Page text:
On a recent visit to the offices of the Endowment, Al Khemir discussed her absorbing interest in calligraphy. Wearing black rectangular Gucci eyeglasses and a floor-length turquoise vest that she explains was designed in France but inspired by Persian and Indian miniature paintings, she is chic and has a scholarly air. One is not surprised to learn that she has appeared in television documentaries about Islamic art. The inspiration for her novel, she says, came from her scholarly and museological work and feeling “so close to the objects and their creators.”

Al Khemir notes that without an iconic culture, the written word gained major significance in Islamic art and became, in a way, equivalent to imagery. And the creator of such imagery, the calligrapher, knew life as an artist does, with living and working occupying the same realm, the same here. There is no punching a clock and then going home to live your life. Rather the work of art brings order to the act of living. Or, as Al Khemir puts it, “Calligraphy is discipline to the soul.”

While reading The Blue Manuscript, one thinks of E. M. Forster’s great injunction that we “only connect.” But even in the new here what would such words mean to a character like the blind seer Amm Gaber as he talks to the Tree of Wishes, on whose branches visitors tie pieces of cloth bearing their secret, most heartfelt desires? And what would they mean to a character like the translator Zohra as she repeatedly finds herself feeling lost between languages? Al Khemir writes of Zohra’s failure to connect: “She crossed barriers between people of different nationalities and felt like a ghost among them. But there was also the untranslatable. That which was unique, particular to each language and each culture and there were moments when she, the translator, felt trapped in that zone, the zone of the untranslatable.”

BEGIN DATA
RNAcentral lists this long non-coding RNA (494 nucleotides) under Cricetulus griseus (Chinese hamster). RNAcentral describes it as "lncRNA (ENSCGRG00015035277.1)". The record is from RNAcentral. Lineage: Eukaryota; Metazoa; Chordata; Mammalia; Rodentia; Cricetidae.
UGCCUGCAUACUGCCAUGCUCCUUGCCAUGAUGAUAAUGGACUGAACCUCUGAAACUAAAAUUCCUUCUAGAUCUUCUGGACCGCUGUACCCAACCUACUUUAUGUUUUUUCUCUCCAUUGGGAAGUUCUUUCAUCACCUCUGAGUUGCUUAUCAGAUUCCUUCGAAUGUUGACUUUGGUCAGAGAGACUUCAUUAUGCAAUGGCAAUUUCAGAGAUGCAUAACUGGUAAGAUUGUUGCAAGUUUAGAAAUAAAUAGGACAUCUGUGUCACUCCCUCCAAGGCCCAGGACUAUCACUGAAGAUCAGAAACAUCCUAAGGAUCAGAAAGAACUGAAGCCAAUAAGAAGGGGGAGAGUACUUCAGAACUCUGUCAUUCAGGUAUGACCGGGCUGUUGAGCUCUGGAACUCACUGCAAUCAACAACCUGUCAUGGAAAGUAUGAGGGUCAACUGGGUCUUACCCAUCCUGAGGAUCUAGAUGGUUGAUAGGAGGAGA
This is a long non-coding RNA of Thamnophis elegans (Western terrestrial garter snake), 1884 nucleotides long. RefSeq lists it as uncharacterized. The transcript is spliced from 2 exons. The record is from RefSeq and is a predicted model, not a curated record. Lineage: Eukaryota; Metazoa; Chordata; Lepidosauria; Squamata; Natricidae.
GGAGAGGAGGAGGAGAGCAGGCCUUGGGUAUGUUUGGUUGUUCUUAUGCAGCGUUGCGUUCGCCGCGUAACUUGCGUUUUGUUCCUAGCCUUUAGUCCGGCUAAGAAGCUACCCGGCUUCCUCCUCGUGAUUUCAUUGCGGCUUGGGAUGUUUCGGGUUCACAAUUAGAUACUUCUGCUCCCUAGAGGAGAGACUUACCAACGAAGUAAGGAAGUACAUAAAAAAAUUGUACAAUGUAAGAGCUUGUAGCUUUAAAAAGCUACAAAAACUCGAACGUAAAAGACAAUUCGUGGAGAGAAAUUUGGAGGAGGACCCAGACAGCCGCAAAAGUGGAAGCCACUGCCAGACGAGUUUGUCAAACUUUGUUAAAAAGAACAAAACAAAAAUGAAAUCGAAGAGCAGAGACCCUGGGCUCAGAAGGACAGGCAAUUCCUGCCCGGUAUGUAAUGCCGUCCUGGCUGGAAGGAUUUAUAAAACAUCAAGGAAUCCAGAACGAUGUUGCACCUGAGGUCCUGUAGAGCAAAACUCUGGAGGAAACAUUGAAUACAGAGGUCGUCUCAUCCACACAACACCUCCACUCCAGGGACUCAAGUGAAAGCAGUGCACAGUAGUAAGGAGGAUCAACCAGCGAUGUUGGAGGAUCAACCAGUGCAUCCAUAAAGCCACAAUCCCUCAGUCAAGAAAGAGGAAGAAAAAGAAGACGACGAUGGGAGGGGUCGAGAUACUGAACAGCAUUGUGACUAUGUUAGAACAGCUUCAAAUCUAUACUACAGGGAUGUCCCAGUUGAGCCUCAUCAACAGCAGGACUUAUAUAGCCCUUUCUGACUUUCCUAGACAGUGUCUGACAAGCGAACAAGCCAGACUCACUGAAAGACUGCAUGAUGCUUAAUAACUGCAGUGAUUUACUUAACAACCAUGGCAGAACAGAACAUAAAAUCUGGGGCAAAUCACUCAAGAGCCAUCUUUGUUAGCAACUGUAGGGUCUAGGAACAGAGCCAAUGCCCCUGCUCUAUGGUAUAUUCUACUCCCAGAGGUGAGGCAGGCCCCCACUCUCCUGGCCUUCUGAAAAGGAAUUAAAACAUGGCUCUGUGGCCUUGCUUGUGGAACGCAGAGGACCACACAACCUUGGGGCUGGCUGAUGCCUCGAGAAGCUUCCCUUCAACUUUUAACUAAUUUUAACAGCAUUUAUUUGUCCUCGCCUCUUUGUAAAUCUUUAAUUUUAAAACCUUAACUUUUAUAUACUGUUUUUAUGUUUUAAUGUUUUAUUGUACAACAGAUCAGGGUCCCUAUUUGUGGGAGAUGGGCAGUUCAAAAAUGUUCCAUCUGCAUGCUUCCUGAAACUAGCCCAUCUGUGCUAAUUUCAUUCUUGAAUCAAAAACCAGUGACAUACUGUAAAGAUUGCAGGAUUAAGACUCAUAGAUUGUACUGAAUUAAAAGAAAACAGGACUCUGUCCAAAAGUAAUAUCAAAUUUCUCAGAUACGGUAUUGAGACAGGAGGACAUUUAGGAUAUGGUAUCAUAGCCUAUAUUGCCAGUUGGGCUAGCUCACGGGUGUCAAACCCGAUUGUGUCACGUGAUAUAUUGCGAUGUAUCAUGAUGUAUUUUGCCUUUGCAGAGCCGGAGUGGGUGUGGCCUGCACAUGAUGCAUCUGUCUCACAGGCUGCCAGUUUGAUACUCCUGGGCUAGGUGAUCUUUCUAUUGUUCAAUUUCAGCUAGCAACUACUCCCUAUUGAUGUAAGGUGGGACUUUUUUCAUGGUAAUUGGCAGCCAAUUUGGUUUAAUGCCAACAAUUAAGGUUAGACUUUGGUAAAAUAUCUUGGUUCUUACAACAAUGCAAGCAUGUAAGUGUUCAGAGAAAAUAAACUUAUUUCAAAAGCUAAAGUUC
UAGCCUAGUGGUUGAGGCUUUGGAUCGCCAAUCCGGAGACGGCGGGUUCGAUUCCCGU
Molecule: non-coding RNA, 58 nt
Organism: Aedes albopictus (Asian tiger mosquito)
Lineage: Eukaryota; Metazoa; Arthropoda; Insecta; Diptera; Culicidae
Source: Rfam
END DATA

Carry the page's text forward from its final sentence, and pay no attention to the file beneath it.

Words are everywhere in this novel, as in the Islamic world where, Al Khemir writes, “the Arabic letter was painted, moulded, engraved, woven, embroidered, carved, incised. Calligraphy was even rendered on the leaves of trees in Ottoman Turkey.” Such a profusion of writing is not simply to supplant the role of imagery. Al Khemir points out that there is plenty of figurative representation in secular Islamic art, and that while words often approach the status of imagery, there are many examples of words being placed where they will rarely if ever be seen, as on the ceiling of a tall building, too high up to be read. “The answer lies,” writes Al Khemir, “in the Muslim mentality which sees beauty as not being for human eyes alone, but also for the Creator from whom it derives and to whom it returns, suggesting an intuition of the Transcendent.”

Her background in Islamic art came in handy while writing The Blue Manuscript, Al Khemir mentioned during her visit. This seems to understate her wealth of knowledge, which goes beyond the ability to discern varieties of Arabic lettering to include, among other things, a keen sense of how scholarship and the act of appreciation brings then into now and there into here

David Skinner is editor of Humanities.

The Metropolitan Museum of Art used a $350,000 NEH grant for an exhibition, public programs, and catalog, Al-Andalus: The Art of Islamic Spain. With $300,000 in NEH support, Yale University preserved and microfilmed the Salisbury Collection in Near Eastern Studies, a comprehensive collection of foundational works on Islamic law, history, religion, science, mathamatics, and poetry. UCLA is using a $346,117 grant to create metadata, catalog records, and an online finding aird for the 1,506 rare Persian and Arabic manuscripts from the Caro Minasian Collection. The Los Angeles County Museum of Art, with the help of a $40,000 NEH grant, in developing Gifts of the Sultan: The Arts of Giving at the Islamic Courts, a traveling exhibition that will debut in 2010.